This page has been archived, and may no longer be up to date

Barb wire separates the outside world from government negotiators at the Johannesburg Earth Summit.

Governments

There is a fundamental irony and injustice at the heart of the climate change problem. Today's growing body of evidence indicates very clearly that the first and worst impacts of climate change are felt by the poor in the developing world. The responsibility for the problem, however, lies primarily with the rich industrialised nations, and increasingly the rapidly industrialising nations.

Since all countries are potentially affected by and contribute toclimate change, they should all be involved in the solution. Countieswithout a mature and entrenched energy structure stand to gain by"leapfrogging" to modern energy sources like solar and wind. However,for both practical and moral reasons, it is the industrialised worldthat must take the initiative:

  • Industrialised nations are responsible for the bulk of greenhouse gas emissions - both today and historically. In the past, economic progress was linked directly to carbon dioxide emissions (via the burning of oil, coal and gas to generate energy). Renewable energy sources change this, but only a small number of nations have begun to implement them in earnest.
  • Two billion people - one third of the world's population - have no access to electricity for basic needs such as lighting or cooking. Getting people the clean and reliable energy necessary for essential needs such as clean water, health care facilities, heating and lighting is one of the most pressing problems facing humanity today.
  • Industrialised nations have the capital, resources and expertise to jump-start their renewable energy industries. Obviously, countries with advanced space programs, established higher educational systems and abundant cash for investment are better positioned to implement these new energy technologies then countries still struggling with basic energy needs.

Perhaps part of the problem, though, isthat industrialised nations are also better positioned to adapt toclimate change. Their populations can migrate more easily, newconstruction (of sea walls, etc.) is more feasible and their financialstructures are more stable (including availability of insurance). Oneneeds only think about the different level of response to a naturaldisaster, such as a hurricane, in a rich industrialised nation comparedto a less wealthy developing one to realise how climate change willlikely impact people around the world disproportionately.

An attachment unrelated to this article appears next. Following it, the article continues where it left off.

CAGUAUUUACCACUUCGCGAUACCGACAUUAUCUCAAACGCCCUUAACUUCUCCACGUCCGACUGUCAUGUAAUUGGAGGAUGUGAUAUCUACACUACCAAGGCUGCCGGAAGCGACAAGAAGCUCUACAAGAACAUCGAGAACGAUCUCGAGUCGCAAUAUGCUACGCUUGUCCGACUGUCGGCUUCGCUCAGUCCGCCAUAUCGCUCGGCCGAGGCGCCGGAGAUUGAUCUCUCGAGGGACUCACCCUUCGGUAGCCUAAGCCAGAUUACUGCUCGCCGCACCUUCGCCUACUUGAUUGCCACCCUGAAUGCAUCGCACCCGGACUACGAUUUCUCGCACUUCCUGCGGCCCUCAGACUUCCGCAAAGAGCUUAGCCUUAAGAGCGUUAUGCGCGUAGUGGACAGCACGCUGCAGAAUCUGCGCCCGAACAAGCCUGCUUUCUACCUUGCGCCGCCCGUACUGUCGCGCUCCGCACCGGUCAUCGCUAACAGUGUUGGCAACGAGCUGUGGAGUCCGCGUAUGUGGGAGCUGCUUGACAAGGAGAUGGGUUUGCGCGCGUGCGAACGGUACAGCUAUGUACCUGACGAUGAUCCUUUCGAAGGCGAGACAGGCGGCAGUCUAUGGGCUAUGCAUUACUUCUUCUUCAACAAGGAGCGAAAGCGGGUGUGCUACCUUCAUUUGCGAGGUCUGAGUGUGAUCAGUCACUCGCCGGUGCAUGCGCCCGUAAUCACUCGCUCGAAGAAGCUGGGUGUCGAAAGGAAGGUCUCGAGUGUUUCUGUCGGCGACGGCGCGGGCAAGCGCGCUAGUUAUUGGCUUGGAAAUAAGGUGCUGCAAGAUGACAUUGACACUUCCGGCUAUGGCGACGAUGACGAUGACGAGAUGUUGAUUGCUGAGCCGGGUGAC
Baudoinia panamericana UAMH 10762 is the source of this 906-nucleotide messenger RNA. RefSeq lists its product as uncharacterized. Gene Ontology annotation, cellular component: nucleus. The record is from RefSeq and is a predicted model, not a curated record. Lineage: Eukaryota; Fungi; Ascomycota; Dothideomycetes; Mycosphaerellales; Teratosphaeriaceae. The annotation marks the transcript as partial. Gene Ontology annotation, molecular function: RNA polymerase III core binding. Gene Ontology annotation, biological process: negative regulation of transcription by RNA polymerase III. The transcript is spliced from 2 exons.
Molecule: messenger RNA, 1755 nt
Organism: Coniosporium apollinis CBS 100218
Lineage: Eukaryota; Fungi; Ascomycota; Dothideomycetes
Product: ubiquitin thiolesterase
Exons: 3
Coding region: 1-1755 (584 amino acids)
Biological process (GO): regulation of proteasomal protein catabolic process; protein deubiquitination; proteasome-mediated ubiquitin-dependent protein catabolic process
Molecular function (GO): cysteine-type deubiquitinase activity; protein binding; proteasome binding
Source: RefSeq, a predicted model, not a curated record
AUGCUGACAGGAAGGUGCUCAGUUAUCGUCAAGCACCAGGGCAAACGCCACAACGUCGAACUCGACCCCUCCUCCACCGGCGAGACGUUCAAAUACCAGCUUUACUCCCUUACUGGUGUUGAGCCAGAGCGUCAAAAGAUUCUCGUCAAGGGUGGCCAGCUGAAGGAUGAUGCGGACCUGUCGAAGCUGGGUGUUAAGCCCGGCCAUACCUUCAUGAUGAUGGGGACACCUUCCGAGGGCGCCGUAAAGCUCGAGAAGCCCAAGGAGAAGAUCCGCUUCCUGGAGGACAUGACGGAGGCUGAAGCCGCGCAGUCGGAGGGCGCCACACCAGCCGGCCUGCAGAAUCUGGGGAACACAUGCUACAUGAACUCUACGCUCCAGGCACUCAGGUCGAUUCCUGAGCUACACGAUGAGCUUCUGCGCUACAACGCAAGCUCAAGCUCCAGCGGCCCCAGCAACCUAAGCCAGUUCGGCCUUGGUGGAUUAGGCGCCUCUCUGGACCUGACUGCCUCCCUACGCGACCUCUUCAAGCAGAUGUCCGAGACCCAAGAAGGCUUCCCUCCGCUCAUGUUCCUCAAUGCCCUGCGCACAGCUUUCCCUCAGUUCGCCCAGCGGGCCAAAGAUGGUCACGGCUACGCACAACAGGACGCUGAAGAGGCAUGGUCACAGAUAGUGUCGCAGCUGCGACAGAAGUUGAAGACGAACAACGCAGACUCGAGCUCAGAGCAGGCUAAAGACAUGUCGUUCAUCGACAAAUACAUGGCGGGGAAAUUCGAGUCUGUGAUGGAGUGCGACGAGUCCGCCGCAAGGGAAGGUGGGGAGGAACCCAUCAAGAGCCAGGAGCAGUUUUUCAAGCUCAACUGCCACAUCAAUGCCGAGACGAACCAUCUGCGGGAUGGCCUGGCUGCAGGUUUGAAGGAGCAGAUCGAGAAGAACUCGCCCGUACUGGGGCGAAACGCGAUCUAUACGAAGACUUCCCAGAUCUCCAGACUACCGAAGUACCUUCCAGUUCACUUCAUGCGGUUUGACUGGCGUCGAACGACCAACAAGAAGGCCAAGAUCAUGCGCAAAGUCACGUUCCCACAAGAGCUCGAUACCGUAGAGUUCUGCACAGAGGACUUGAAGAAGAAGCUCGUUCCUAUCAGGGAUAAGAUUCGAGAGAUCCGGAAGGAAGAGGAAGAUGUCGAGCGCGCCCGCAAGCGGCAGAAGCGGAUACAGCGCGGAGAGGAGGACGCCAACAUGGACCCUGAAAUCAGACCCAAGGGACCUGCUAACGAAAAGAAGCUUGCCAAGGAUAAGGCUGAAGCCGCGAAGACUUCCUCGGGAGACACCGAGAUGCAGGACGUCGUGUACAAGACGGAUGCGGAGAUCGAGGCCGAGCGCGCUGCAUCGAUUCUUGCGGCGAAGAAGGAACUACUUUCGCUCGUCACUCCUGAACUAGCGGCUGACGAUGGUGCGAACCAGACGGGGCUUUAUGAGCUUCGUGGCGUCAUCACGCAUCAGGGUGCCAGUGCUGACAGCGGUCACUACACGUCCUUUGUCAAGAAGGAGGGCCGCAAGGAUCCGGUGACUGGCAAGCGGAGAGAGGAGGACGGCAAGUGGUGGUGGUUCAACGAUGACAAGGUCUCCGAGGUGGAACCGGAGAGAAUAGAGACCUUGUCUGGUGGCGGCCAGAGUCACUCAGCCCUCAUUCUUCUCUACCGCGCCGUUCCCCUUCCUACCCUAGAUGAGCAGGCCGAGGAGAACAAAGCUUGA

However,the industrialised nations must also realize that there will be a point(perhaps already reached) beyond which adaptation alone is no longerthe cost effective choice, and beyond that a point where simplyadapting to climate change is no longer possible.

Fundamentally, we have one Earth, and only one global climate.

More information:

Climate Analysis Indicators Tool by World Resources Institute

Climate Justice

The latest updates

 

Valley of death - Sao Paulo, Brazil.

Image | 1 May, 1992 at 1:00

Valley of death - Sao Paulo, Brazil.

Previous protests at chemical giant ICI against

Image | 1 May, 1992 at 0:00

Previous protests at chemical giant ICI against ozone destroying chemicals

SOLD

Image | 1 April, 1992 at 1:00

SOLD - banner hanging from the side of Sugar Loaf Mountain in Rio de Janeiro during the Earth Summit in 1992.

Dillon oil rig. Cook inlet, Alaska.

Image | 30 July, 1991 at 1:00

Dillon oil rig. Cook inlet, Alaska.

Smokestacks of coal power station.

Image | 15 June, 1990 at 1:00

Smokestacks of coal power station.

Greenpeace balloon protest against CFC production

Image | 22 April, 1990 at 1:00

Greenpeace balloon protest against CFC production in Spain.

Sea otter at rehabilitation centre in Valdez

Image | 30 March, 1989 at 0:00

Sea otter at rehabilitation centre in Valdez after Exxon Valdez oil spill.

Sea otter at rehabilitation centre in Valdez

Image | 30 March, 1989 at 0:00

Sea otter at rehabilitation centre in Valdez after Exxon Valdez oil spill.

File photo: Greenpeace survey of oil pollution

Image | 1 January, 1989 at 1:00

File photo: Greenpeace survey of oil pollution from a spill in Alaska.

'Test' protest

Image | 23 January, 1981 at 1:00

In response to the arrival of a "test" oil tanker as part of plans to construct an oil terminal, Greenpeace runs a "test" protest. The terminal was subsequently cancelled.

1461 - 1470 of 1478 results.